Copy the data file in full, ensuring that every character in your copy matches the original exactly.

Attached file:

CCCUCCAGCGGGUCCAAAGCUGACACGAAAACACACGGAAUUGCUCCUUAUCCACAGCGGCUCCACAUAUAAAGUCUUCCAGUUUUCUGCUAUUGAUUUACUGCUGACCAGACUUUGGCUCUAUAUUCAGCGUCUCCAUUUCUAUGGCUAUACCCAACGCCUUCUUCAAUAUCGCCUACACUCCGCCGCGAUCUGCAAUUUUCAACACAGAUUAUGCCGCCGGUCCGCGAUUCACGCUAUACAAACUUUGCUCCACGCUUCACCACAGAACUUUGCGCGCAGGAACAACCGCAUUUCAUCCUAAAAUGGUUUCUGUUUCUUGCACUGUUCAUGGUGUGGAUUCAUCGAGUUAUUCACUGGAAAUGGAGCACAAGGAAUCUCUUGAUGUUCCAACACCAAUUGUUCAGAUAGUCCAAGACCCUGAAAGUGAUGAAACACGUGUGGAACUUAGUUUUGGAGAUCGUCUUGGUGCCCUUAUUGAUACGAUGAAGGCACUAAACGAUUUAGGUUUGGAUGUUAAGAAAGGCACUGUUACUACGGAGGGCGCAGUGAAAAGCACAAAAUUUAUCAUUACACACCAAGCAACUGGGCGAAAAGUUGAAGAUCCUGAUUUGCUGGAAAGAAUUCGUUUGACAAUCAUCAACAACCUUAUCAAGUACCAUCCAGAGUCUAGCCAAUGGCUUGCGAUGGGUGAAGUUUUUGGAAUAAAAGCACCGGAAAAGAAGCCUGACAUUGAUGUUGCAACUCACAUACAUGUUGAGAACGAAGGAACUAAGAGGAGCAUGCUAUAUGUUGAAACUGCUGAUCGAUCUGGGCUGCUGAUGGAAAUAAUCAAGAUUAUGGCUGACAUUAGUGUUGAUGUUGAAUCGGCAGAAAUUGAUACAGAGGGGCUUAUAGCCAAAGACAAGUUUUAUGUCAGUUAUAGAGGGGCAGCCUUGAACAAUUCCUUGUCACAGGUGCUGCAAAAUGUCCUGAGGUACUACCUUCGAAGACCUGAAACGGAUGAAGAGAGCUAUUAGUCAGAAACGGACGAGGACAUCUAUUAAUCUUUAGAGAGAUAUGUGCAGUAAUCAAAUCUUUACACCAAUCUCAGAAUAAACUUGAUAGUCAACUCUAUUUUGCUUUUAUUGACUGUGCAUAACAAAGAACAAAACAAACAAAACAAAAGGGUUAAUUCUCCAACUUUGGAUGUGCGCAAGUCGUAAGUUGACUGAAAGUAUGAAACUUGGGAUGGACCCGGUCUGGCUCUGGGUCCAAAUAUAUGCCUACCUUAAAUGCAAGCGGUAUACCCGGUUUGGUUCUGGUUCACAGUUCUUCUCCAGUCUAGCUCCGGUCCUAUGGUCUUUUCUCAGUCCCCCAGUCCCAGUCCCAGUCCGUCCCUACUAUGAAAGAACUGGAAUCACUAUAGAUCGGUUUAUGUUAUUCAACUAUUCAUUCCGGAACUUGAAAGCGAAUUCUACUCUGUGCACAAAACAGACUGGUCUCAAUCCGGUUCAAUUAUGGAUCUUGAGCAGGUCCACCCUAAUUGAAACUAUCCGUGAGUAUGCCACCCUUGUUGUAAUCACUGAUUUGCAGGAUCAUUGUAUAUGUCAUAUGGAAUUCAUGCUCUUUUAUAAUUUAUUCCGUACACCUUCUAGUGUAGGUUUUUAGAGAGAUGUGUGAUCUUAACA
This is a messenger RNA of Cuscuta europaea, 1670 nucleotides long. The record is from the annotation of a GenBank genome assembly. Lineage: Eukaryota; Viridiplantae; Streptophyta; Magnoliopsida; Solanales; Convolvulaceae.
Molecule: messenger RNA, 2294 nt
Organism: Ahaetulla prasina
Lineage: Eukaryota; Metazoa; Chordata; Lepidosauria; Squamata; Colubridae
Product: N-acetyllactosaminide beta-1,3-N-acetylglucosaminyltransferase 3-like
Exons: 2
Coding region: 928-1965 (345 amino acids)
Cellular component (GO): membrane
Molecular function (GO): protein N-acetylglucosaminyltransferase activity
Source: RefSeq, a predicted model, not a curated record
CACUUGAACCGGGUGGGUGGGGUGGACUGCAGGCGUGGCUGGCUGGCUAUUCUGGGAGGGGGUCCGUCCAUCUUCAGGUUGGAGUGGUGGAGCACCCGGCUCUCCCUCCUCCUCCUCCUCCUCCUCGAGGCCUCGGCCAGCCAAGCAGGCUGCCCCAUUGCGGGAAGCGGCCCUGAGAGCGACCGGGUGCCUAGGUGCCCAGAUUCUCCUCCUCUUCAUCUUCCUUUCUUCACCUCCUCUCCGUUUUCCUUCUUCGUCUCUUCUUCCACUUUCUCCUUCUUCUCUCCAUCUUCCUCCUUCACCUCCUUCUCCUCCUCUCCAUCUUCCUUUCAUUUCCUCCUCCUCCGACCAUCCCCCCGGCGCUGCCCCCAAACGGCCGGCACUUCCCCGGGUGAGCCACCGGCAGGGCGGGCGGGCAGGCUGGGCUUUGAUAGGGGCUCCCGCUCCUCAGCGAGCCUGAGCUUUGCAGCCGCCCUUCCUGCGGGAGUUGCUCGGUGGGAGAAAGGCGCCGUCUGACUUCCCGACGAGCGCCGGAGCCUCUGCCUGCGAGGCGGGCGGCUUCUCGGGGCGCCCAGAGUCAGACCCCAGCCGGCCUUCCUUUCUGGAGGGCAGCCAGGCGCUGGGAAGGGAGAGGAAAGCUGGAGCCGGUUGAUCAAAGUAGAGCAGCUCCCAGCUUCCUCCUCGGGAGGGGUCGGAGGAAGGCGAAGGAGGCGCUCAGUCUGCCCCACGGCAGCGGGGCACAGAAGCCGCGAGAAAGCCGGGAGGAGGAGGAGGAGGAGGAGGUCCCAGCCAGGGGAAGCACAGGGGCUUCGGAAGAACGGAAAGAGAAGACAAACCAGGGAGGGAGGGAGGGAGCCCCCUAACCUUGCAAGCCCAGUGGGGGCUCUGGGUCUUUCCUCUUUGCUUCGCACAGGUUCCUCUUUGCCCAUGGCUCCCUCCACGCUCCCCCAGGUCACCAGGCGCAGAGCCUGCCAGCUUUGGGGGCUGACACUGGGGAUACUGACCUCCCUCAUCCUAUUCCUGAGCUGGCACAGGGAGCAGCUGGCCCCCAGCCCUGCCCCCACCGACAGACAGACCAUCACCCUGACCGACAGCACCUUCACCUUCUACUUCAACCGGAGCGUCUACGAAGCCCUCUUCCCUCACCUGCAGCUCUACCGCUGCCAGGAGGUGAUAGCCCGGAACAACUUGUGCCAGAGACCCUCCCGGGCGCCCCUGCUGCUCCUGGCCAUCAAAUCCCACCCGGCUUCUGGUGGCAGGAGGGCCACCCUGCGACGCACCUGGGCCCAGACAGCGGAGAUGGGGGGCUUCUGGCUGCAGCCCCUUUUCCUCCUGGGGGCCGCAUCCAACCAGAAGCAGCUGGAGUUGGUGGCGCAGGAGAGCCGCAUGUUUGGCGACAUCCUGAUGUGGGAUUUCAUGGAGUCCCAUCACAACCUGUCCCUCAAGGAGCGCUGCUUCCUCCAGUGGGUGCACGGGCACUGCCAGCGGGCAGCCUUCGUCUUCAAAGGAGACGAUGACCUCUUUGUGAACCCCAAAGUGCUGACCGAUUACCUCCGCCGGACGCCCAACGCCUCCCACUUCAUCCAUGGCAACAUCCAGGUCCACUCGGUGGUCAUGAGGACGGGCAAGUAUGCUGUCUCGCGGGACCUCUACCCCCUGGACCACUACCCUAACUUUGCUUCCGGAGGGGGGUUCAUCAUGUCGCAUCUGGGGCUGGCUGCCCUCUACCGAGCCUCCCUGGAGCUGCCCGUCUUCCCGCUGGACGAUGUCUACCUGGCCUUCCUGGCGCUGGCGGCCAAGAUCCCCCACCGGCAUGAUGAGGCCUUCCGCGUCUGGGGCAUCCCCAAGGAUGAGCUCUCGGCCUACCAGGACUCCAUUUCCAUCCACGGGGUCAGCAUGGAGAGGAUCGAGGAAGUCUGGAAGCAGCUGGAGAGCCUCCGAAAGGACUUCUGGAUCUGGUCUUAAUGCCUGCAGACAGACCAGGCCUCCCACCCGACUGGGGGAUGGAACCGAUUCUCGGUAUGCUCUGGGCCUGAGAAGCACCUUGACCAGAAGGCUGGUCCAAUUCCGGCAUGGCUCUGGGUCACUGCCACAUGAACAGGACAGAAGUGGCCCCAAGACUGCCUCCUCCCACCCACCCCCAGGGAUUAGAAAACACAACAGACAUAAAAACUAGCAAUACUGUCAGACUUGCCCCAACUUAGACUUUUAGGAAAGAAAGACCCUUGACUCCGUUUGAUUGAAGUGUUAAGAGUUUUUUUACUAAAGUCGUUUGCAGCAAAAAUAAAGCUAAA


CCCUCCAGCGGGUCCAAAGCUGACACGAAAACACACGGAAUUGCUCCUUAUCCACAGCGGCUCCACAUAUAAAGUCUUCCAGUUUUCUGCUAUUGAUUUACUGCUGACCAGACUUUGGCUCUAUAUUCAGCGUCUCCAUUUCUAUGGCUAUACCCAACGCCUUCUUCAAUAUCGCCUACACUCCGCCGCGAUCUGCAAUUUUCAACACAGAUUAUGCCGCCGGUCCGCGAUUCACGCUAUACAAACUUUGCUCCACGCUUCACCACAGAACUUUGCGCGCAGGAACAACCGCAUUUCAUCCUAAAAUGGUUUCUGUUUCUUGCACUGUUCAUGGUGUGGAUUCAUCGAGUUAUUCACUGGAAAUGGAGCACAAGGAAUCUCUUGAUGUUCCAACACCAAUUGUUCAGAUAGUCCAAGACCCUGAAAGUGAUGAAACACGUGUGGAACUUAGUUUUGGAGAUCGUCUUGGUGCCCUUAUUGAUACGAUGAAGGCACUAAACGAUUUAGGUUUGGAUGUUAAGAAAGGCACUGUUACUACGGAGGGCGCAGUGAAAAGCACAAAAUUUAUCAUUACACACCAAGCAACUGGGCGAAAAGUUGAAGAUCCUGAUUUGCUGGAAAGAAUUCGUUUGACAAUCAUCAACAACCUUAUCAAGUACCAUCCAGAGUCUAGCCAAUGGCUUGCGAUGGGUGAAGUUUUUGGAAUAAAAGCACCGGAAAAGAAGCCUGACAUUGAUGUUGCAACUCACAUACAUGUUGAGAACGAAGGAACUAAGAGGAGCAUGCUAUAUGUUGAAACUGCUGAUCGAUCUGGGCUGCUGAUGGAAAUAAUCAAGAUUAUGGCUGACAUUAGUGUUGAUGUUGAAUCGGCAGAAAUUGAUACAGAGGGGCUUAUAGCCAAAGACAAGUUUUAUGUCAGUUAUAGAGGGGCAGCCUUGAACAAUUCCUUGUCACAGGUGCUGCAAAAUGUCCUGAGGUACUACCUUCGAAGACCUGAAACGGAUGAAGAGAGCUAUUAGUCAGAAACGGACGAGGACAUCUAUUAAUCUUUAGAGAGAUAUGUGCAGUAAUCAAAUCUUUACACCAAUCUCAGAAUAAACUUGAUAGUCAACUCUAUUUUGCUUUUAUUGACUGUGCAUAACAAAGAACAAAACAAACAAAACAAAAGGGUUAAUUCUCCAACUUUGGAUGUGCGCAAGUCGUAAGUUGACUGAAAGUAUGAAACUUGGGAUGGACCCGGUCUGGCUCUGGGUCCAAAUAUAUGCCUACCUUAAAUGCAAGCGGUAUACCCGGUUUGGUUCUGGUUCACAGUUCUUCUCCAGUCUAGCUCCGGUCCUAUGGUCUUUUCUCAGUCCCCCAGUCCCAGUCCCAGUCCGUCCCUACUAUGAAAGAACUGGAAUCACUAUAGAUCGGUUUAUGUUAUUCAACUAUUCAUUCCGGAACUUGAAAGCGAAUUCUACUCUGUGCACAAAACAGACUGGUCUCAAUCCGGUUCAAUUAUGGAUCUUGAGCAGGUCCACCCUAAUUGAAACUAUCCGUGAGUAUGCCACCCUUGUUGUAAUCACUGAUUUGCAGGAUCAUUGUAUAUGUCAUAUGGAAUUCAUGCUCUUUUAUAAUUUAUUCCGUACACCUUCUAGUGUAGGUUUUUAGAGAGAUGUGUGAUCUUAACA
This is a messenger RNA of Cuscuta europaea, 1670 nucleotides long. The record is from the annotation of a GenBank genome assembly. Lineage: Eukaryota; Viridiplantae; Streptophyta; Magnoliopsida; Solanales; Convolvulaceae.
Molecule: messenger RNA, 2294 nt
Organism: Ahaetulla prasina
Lineage: Eukaryota; Metazoa; Chordata; Lepidosauria; Squamata; Colubridae
Product: N-acetyllactosaminide beta-1,3-N-acetylglucosaminyltransferase 3-like
Exons: 2
Coding region: 928-1965 (345 amino acids)
Cellular component (GO): membrane
Molecular function (GO): protein N-acetylglucosaminyltransferase activity
Source: RefSeq, a predicted model, not a curated record
CACUUGAACCGGGUGGGUGGGGUGGACUGCAGGCGUGGCUGGCUGGCUAUUCUGGGAGGGGGUCCGUCCAUCUUCAGGUUGGAGUGGUGGAGCACCCGGCUCUCCCUCCUCCUCCUCCUCCUCCUCGAGGCCUCGGCCAGCCAAGCAGGCUGCCCCAUUGCGGGAAGCGGCCCUGAGAGCGACCGGGUGCCUAGGUGCCCAGAUUCUCCUCCUCUUCAUCUUCCUUUCUUCACCUCCUCUCCGUUUUCCUUCUUCGUCUCUUCUUCCACUUUCUCCUUCUUCUCUCCAUCUUCCUCCUUCACCUCCUUCUCCUCCUCUCCAUCUUCCUUUCAUUUCCUCCUCCUCCGACCAUCCCCCCGGCGCUGCCCCCAAACGGCCGGCACUUCCCCGGGUGAGCCACCGGCAGGGCGGGCGGGCAGGCUGGGCUUUGAUAGGGGCUCCCGCUCCUCAGCGAGCCUGAGCUUUGCAGCCGCCCUUCCUGCGGGAGUUGCUCGGUGGGAGAAAGGCGCCGUCUGACUUCCCGACGAGCGCCGGAGCCUCUGCCUGCGAGGCGGGCGGCUUCUCGGGGCGCCCAGAGUCAGACCCCAGCCGGCCUUCCUUUCUGGAGGGCAGCCAGGCGCUGGGAAGGGAGAGGAAAGCUGGAGCCGGUUGAUCAAAGUAGAGCAGCUCCCAGCUUCCUCCUCGGGAGGGGUCGGAGGAAGGCGAAGGAGGCGCUCAGUCUGCCCCACGGCAGCGGGGCACAGAAGCCGCGAGAAAGCCGGGAGGAGGAGGAGGAGGAGGAGGUCCCAGCCAGGGGAAGCACAGGGGCUUCGGAAGAACGGAAAGAGAAGACAAACCAGGGAGGGAGGGAGGGAGCCCCCUAACCUUGCAAGCCCAGUGGGGGCUCUGGGUCUUUCCUCUUUGCUUCGCACAGGUUCCUCUUUGCCCAUGGCUCCCUCCACGCUCCCCCAGGUCACCAGGCGCAGAGCCUGCCAGCUUUGGGGGCUGACACUGGGGAUACUGACCUCCCUCAUCCUAUUCCUGAGCUGGCACAGGGAGCAGCUGGCCCCCAGCCCUGCCCCCACCGACAGACAGACCAUCACCCUGACCGACAGCACCUUCACCUUCUACUUCAACCGGAGCGUCUACGAAGCCCUCUUCCCUCACCUGCAGCUCUACCGCUGCCAGGAGGUGAUAGCCCGGAACAACUUGUGCCAGAGACCCUCCCGGGCGCCCCUGCUGCUCCUGGCCAUCAAAUCCCACCCGGCUUCUGGUGGCAGGAGGGCCACCCUGCGACGCACCUGGGCCCAGACAGCGGAGAUGGGGGGCUUCUGGCUGCAGCCCCUUUUCCUCCUGGGGGCCGCAUCCAACCAGAAGCAGCUGGAGUUGGUGGCGCAGGAGAGCCGCAUGUUUGGCGACAUCCUGAUGUGGGAUUUCAUGGAGUCCCAUCACAACCUGUCCCUCAAGGAGCGCUGCUUCCUCCAGUGGGUGCACGGGCACUGCCAGCGGGCAGCCUUCGUCUUCAAAGGAGACGAUGACCUCUUUGUGAACCCCAAAGUGCUGACCGAUUACCUCCGCCGGACGCCCAACGCCUCCCACUUCAUCCAUGGCAACAUCCAGGUCCACUCGGUGGUCAUGAGGACGGGCAAGUAUGCUGUCUCGCGGGACCUCUACCCCCUGGACCACUACCCUAACUUUGCUUCCGGAGGGGGGUUCAUCAUGUCGCAUCUGGGGCUGGCUGCCCUCUACCGAGCCUCCCUGGAGCUGCCCGUCUUCCCGCUGGACGAUGUCUACCUGGCCUUCCUGGCGCUGGCGGCCAAGAUCCCCCACCGGCAUGAUGAGGCCUUCCGCGUCUGGGGCAUCCCCAAGGAUGAGCUCUCGGCCUACCAGGACUCCAUUUCCAUCCACGGGGUCAGCAUGGAGAGGAUCGAGGAAGUCUGGAAGCAGCUGGAGAGCCUCCGAAAGGACUUCUGGAUCUGGUCUUAAUGCCUGCAGACAGACCAGGCCUCCCACCCGACUGGGGGAUGGAACCGAUUCUCGGUAUGCUCUGGGCCUGAGAAGCACCUUGACCAGAAGGCUGGUCCAAUUCCGGCAUGGCUCUGGGUCACUGCCACAUGAACAGGACAGAAGUGGCCCCAAGACUGCCUCCUCCCACCCACCCCCAGGGAUUAGAAAACACAACAGACAUAAAAACUAGCAAUACUGUCAGACUUGCCCCAACUUAGACUUUUAGGAAAGAAAGACCCUUGACUCCGUUUGAUUGAAGUGUUAAGAGUUUUUUUACUAAAGUCGUUUGCAGCAAAAAUAAAGCUAAA